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River Lee: Second Ferry for Cork Not Economically Viable, Company Says

4th April 2019
Carrigaloe of the River Lee car-ferry service AFLOAT adds trades as Cross River Ferries connecting Glenbrook and Carrigaloe (near Cobh on Great Island). The pair of former Scottish serving Isle of Skye ferries became redundant following the completion of a fixed link with the building of a road-bridge and since 1993 the ferries have run on the Irish service involving a short 4-minute hop across the Lee. Carrigaloe of the River Lee car-ferry service AFLOAT adds trades as Cross River Ferries connecting Glenbrook and Carrigaloe (near Cobh on Great Island). The pair of former Scottish serving Isle of Skye ferries became redundant following the completion of a fixed link with the building of a road-bridge and since 1993 the ferries have run on the Irish service involving a short 4-minute hop across the Lee. Photo: Cross River Ferries -facebook

#ferries - Owners of the River Lee car ferry service in Cork harbour, the Irish Examiner reports, have told Cork County Council they don't believe it's economically viable to put on a second ferry at peak evening times.

Doyle Shipping Group (also operators of Cross River Ferries) contacted Paraic Lynch, municipal officer for the Cobh/Glanmire Municipal District Council, to tell him the news after a number of councillors petitioned the company to beef up their service from Glenbrook, on the Passage West side to Carrigaloe, on the Cobh side.

Councillors living in the Cobh area are particularly concerned about the length of time it is taking people to get across the harbour from the Glenbrook side during the evening rush-hour period.

Mr Lynch told the councillors that Doyle Shipping had contacted him to say they didn't see it as viable to operate two ferries at that time. However, he added that the company says it will continue to monitor the situation, especially when major work gets underway on the €100m upgrade of the Jack Lynch Tunnel/Dunkettle interchange later this year.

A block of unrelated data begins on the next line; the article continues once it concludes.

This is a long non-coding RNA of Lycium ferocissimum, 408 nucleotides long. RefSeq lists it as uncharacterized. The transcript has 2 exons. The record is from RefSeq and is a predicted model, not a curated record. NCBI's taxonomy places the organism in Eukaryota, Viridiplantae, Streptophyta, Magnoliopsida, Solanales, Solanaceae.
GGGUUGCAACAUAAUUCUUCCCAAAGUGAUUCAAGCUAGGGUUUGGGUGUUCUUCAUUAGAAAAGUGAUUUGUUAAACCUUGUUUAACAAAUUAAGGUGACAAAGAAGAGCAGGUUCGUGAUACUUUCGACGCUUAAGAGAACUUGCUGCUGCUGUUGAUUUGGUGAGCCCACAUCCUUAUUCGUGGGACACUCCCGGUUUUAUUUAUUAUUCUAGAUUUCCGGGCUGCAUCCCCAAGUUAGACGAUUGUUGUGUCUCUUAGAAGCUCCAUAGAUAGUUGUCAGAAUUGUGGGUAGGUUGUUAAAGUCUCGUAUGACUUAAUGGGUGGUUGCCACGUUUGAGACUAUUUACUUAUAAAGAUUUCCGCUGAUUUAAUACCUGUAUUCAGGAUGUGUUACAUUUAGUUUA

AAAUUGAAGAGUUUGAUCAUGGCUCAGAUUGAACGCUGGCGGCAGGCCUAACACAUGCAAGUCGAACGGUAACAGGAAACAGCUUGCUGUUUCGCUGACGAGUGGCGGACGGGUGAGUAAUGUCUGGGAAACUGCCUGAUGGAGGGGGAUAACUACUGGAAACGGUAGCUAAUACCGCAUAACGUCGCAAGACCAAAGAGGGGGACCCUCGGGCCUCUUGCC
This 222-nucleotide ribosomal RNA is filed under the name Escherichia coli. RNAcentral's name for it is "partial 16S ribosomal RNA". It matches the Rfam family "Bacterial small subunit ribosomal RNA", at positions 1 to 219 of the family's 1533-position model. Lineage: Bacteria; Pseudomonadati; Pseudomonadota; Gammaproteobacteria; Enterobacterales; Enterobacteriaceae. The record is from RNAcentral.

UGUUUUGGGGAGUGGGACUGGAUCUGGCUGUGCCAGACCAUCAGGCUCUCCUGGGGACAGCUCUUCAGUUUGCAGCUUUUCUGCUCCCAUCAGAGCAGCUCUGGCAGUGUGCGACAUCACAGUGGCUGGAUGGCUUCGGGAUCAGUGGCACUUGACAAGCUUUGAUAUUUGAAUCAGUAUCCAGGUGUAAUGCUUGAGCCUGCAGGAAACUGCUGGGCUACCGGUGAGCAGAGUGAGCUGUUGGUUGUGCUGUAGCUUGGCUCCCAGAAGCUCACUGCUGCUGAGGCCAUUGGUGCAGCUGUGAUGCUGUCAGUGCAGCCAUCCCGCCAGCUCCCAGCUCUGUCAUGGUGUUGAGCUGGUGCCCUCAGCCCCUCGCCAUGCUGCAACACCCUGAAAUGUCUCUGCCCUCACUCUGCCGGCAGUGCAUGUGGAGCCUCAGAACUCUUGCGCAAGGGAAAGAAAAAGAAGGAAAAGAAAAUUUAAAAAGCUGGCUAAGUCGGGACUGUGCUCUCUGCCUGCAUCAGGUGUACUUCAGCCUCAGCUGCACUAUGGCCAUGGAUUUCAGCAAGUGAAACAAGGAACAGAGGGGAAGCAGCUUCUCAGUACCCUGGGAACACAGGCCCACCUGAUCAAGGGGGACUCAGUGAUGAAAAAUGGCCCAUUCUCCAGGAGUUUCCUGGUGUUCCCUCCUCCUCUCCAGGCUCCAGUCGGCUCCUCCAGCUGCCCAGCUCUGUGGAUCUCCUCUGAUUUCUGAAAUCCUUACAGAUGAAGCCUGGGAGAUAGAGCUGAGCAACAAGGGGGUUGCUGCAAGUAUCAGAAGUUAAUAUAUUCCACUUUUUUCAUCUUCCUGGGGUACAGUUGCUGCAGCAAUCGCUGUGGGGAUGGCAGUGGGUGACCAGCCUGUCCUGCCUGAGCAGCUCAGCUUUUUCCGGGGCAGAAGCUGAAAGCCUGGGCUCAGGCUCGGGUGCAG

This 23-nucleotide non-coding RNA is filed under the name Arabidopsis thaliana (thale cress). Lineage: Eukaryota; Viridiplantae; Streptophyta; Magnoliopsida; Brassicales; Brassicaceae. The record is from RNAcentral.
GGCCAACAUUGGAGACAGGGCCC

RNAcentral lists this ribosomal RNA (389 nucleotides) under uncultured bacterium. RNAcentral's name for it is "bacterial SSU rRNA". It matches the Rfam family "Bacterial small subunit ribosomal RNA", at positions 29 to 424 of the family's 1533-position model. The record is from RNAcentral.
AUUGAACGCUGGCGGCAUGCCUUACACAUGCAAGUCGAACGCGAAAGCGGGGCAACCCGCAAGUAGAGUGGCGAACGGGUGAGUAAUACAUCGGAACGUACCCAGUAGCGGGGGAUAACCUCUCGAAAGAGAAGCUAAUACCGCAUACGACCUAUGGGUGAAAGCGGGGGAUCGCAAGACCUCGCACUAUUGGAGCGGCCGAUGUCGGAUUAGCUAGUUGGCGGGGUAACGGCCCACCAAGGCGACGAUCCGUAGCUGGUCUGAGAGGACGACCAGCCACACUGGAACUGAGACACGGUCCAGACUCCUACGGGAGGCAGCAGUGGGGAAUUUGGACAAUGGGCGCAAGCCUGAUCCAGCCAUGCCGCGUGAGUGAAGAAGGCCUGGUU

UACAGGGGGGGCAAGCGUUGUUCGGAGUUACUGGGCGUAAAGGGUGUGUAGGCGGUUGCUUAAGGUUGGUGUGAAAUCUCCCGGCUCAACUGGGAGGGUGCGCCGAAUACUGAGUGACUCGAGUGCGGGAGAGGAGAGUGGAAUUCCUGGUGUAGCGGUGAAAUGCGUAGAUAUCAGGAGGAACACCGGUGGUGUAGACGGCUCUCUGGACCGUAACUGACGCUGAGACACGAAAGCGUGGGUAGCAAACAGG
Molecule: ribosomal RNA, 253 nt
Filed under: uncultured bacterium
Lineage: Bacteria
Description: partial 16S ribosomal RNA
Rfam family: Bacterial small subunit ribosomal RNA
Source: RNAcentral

Councillors are particularly concerned about that as they believe it will drive more motorists to use the cross-river ferry to avoid delays at the northern side of the tunnel as the upgrade works get underway.

For further comments by councillors following the decision announced by the shipping group click here.

Published in Ferry
Jehan Ashmore

About The Author

Jehan Ashmore

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Jehan Ashmore is a marine correspondent, researcher and photographer, specialising in Irish ports, shipping and the ferry sector serving the UK and directly to mainland Europe. Jehan also occasionally writes a column, 'Maritime' Dalkey for the (Dalkey Community Council Newsletter) in addition to contributing to UK marine periodicals. 

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Ferry & Car Ferry News The ferry industry on the Irish Sea, is just like any other sector of the shipping industry, in that it is made up of a myriad of ship operators, owners, managers, charterers all contributing to providing a network of routes carried out by a variety of ships designed for different albeit similar purposes.